Recommendations and guidance on hepatitis C virus self-testing

Domizia Salusest |

The World Health Organization (WHO) has recommended that self-testing for hepatitis C virus (HCV) should be made available as an option for HCV testing, to improve rates of hepatitis C diagnosis.

Only 21% of people with hepatitis C have been diagnosed, WHO estimates, and innovations that can expand the availability of testing and improve uptake are urgently needed to reach the WHO target of 80% of eligible people with hepatitis C treated  by 2030.

Although no direct evidence of the effectiveness of hepatitis C self-testing has been published, WHO said that studies of HIV self-testing shows that self-testing can improve the uptake of testing, results in a higher rate of diagnosis than facility-based testing and achieves similar levels of linkage to care when compared to facility-based testing.

Studies of the feasibility of hepatitis C self-testing show that most people carry out the self-test successfully and find self-testing acceptable. Self-testing has the potential to reach people who might otherwise not be tested. WHO says that although the cost per test is higher, more cases can be diagnosed through self-testing.

To implement hepatitis C self-testing, national health systems will need to look at laws and regulations on who can carry out tests, as well as ensure that quality-assured test kits are approved and procured for national programmes.

Community engagement in the development and implementation of HCV self-testing campaigns will be critical for acceptance of self-testing, as well as for generating demand. Peers will also play a key role in the distribution of self-test kits and a wide range of distribution methods must be evaluated. Information for test users and referral pathways also need to be developed.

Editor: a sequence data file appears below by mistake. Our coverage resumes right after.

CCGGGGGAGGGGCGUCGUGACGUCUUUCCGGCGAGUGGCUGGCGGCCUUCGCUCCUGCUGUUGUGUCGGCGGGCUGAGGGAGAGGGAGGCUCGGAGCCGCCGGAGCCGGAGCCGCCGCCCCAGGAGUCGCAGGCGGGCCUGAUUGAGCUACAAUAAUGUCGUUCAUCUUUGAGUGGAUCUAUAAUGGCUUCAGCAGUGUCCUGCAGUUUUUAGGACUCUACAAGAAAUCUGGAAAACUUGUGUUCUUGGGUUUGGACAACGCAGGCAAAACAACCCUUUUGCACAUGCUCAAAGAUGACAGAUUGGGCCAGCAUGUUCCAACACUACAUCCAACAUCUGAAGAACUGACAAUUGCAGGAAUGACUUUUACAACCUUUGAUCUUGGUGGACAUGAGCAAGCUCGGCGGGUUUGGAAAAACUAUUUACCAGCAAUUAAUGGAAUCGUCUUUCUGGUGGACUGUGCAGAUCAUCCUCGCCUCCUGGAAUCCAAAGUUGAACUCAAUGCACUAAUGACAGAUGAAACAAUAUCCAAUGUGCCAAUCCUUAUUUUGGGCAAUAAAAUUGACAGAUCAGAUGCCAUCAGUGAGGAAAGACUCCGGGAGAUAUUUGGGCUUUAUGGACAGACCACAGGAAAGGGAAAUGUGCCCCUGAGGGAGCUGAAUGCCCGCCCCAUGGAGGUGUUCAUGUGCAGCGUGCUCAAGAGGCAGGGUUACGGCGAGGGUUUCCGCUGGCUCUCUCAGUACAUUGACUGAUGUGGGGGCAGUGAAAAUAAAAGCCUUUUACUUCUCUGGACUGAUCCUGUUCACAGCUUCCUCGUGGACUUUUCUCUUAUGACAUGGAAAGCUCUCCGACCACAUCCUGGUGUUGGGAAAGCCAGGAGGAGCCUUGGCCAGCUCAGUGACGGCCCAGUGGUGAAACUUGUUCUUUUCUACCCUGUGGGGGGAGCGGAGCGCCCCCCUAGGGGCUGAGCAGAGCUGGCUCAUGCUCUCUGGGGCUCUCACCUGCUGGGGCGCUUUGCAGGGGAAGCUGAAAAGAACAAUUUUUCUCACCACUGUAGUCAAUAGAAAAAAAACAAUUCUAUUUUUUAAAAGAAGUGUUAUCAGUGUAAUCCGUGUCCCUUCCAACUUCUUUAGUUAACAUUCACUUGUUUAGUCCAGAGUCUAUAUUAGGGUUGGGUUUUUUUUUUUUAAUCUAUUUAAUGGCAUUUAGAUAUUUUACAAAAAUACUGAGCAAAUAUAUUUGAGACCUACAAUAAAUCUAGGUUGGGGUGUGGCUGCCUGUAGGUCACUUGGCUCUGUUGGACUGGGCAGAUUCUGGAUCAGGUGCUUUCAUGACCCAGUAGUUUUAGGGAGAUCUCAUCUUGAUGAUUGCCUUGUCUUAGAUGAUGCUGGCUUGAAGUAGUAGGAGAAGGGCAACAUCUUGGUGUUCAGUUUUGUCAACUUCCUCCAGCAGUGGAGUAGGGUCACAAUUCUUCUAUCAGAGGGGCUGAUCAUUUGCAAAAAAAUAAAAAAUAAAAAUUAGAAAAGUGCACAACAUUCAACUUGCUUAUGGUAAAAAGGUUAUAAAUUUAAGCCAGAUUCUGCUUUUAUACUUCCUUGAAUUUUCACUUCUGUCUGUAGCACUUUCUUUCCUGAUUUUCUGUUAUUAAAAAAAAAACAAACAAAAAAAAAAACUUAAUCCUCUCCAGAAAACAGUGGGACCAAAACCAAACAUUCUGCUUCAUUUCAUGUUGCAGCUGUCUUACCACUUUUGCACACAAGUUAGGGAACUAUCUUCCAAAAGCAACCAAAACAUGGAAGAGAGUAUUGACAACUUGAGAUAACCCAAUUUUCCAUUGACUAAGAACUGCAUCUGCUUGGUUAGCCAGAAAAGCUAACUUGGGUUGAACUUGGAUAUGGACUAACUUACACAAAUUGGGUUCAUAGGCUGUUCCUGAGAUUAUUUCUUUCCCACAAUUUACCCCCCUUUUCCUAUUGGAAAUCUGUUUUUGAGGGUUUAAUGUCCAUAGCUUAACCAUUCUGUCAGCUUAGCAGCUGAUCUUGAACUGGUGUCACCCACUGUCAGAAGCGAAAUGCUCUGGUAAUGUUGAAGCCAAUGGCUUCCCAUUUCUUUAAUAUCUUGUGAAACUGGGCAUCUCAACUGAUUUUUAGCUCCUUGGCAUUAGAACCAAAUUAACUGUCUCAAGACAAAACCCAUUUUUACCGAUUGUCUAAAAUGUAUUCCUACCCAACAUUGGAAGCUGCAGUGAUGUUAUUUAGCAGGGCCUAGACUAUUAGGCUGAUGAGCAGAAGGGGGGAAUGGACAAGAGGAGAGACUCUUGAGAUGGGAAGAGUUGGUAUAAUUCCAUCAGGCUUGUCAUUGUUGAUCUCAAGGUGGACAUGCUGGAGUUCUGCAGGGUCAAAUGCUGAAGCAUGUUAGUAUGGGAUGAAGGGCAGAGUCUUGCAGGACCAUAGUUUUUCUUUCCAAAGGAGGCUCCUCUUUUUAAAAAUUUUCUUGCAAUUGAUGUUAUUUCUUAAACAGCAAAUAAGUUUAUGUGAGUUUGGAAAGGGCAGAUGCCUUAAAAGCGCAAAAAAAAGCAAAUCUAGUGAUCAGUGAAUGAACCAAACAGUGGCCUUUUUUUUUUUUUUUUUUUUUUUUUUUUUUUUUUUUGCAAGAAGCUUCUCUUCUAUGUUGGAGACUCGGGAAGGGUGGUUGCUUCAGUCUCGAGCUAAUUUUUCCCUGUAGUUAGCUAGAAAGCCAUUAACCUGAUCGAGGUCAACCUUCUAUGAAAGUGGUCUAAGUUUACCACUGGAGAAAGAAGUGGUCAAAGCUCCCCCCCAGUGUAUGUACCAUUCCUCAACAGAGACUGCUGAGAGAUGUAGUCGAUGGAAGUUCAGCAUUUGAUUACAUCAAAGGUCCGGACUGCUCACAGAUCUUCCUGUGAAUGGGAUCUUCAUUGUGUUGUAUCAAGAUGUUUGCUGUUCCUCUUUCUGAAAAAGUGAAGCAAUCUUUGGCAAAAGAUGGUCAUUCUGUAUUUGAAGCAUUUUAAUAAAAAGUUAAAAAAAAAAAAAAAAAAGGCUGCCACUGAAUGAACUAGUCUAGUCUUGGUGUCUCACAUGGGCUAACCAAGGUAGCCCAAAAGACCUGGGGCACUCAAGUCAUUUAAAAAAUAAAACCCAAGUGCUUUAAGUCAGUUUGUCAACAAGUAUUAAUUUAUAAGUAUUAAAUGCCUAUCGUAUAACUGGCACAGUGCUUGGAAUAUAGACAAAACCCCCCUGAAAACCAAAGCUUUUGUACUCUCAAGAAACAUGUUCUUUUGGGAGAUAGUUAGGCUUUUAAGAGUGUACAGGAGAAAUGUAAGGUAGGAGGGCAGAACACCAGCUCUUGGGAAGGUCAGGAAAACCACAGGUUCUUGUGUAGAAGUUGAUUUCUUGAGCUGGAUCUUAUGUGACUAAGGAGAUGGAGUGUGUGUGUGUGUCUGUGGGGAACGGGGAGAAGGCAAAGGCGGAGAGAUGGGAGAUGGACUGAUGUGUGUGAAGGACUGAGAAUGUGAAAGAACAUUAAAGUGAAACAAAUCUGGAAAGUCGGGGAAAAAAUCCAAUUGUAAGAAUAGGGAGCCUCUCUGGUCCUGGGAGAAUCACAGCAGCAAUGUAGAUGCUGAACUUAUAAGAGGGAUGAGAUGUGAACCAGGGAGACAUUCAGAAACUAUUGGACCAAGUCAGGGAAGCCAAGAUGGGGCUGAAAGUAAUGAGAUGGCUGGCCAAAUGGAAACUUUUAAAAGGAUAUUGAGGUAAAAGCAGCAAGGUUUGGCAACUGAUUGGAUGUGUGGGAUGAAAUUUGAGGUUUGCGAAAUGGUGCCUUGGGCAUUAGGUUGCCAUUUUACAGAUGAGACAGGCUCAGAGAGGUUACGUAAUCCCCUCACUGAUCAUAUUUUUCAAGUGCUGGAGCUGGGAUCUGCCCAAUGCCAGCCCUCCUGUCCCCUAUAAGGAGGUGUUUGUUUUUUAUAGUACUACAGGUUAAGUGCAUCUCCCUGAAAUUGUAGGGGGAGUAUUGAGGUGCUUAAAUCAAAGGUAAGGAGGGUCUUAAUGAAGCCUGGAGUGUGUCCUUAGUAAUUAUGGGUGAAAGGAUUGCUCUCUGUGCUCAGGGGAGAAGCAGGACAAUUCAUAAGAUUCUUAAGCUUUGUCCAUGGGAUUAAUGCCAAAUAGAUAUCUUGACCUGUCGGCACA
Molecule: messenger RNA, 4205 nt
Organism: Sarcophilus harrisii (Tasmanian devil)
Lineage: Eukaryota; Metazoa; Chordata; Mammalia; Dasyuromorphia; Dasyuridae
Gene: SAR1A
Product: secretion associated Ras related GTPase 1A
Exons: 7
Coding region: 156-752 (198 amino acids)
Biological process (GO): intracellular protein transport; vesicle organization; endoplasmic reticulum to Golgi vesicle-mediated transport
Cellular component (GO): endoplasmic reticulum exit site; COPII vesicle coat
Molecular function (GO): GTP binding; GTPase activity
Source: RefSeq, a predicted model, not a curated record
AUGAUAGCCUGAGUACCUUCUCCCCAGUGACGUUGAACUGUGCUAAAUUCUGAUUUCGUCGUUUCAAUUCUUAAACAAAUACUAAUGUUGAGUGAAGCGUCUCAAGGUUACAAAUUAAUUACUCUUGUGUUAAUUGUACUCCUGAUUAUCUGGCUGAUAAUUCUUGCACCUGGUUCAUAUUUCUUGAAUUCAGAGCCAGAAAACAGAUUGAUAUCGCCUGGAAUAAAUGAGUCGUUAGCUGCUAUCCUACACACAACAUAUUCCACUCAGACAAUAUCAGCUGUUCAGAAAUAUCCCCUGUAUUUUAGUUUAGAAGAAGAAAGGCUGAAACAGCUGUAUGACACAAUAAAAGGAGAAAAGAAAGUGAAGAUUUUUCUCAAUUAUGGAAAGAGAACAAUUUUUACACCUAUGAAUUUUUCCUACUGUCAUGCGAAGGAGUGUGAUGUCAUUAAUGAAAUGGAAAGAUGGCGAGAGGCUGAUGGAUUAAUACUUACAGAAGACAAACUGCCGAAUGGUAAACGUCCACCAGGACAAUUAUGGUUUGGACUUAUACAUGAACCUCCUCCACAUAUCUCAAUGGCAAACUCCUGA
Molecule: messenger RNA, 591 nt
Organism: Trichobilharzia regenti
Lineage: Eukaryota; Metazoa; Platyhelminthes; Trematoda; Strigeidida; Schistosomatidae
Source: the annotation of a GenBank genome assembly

“HIV self-testing has been an effective tool in accelerating progress towards achieving global goals, and many country programmes have benefited from the availability of HIV self-testing to support continuity of essential services in the COVID-19 context,” said Dr Meg Doherty, Director of the WHO Global HIV, Hepatitis and STI Programmes. “We encourage countries and national programmes to start planning for introduction of HCV self-testing as well, especially for priority populations and regions with the greatest gaps in testing coverage.”

US CDC recommends third dose of Moderna or Pfizer COVID-19 vaccines for organ transplant recipients

Marco Verch. Creative Commons licence.

People who have undergone a solid organ transplant and who received the Pfizer or Moderna COVID-19 vaccines should receive a third dose, the US Centers for Disease Control and Prevention (CDC) recommended this month.

The recommendation also applies to people who are receiving treatment for liver cancer and to people with HIV with low CD4 counts.

The decision follows approval of third doses of the Pfizer and Moderna vaccines by the US Food and Drug Administration. French and British health authorities have already issued recommendations for third booster doses for immunocompromised people and transplant recipients respectively.

The recommendation does not apply to recipients of the Johnson & Johnson single-dose vaccine. CDC said that there are not sufficient data to make a recommendation yet.

Immunocompromised people have weaker responses to vaccination with many types of vaccine.

Immunocompromised people are those who have:

  • been receiving active cancer treatment for tumors or cancers of the blood.
  • received an organ transplant and are taking medicine to suppress the immune system.
  • received a stem cell transplant within the last 2 years or are taking medicine to suppress the immune system.
  • moderate or severe primary immunodeficiency (such as DiGeorge syndrome, Wiskott-Aldrich syndrome).
  • advanced or untreated HIV infection.
  • active treatment with high-dose corticosteroids or other drugs that may suppress your immune response.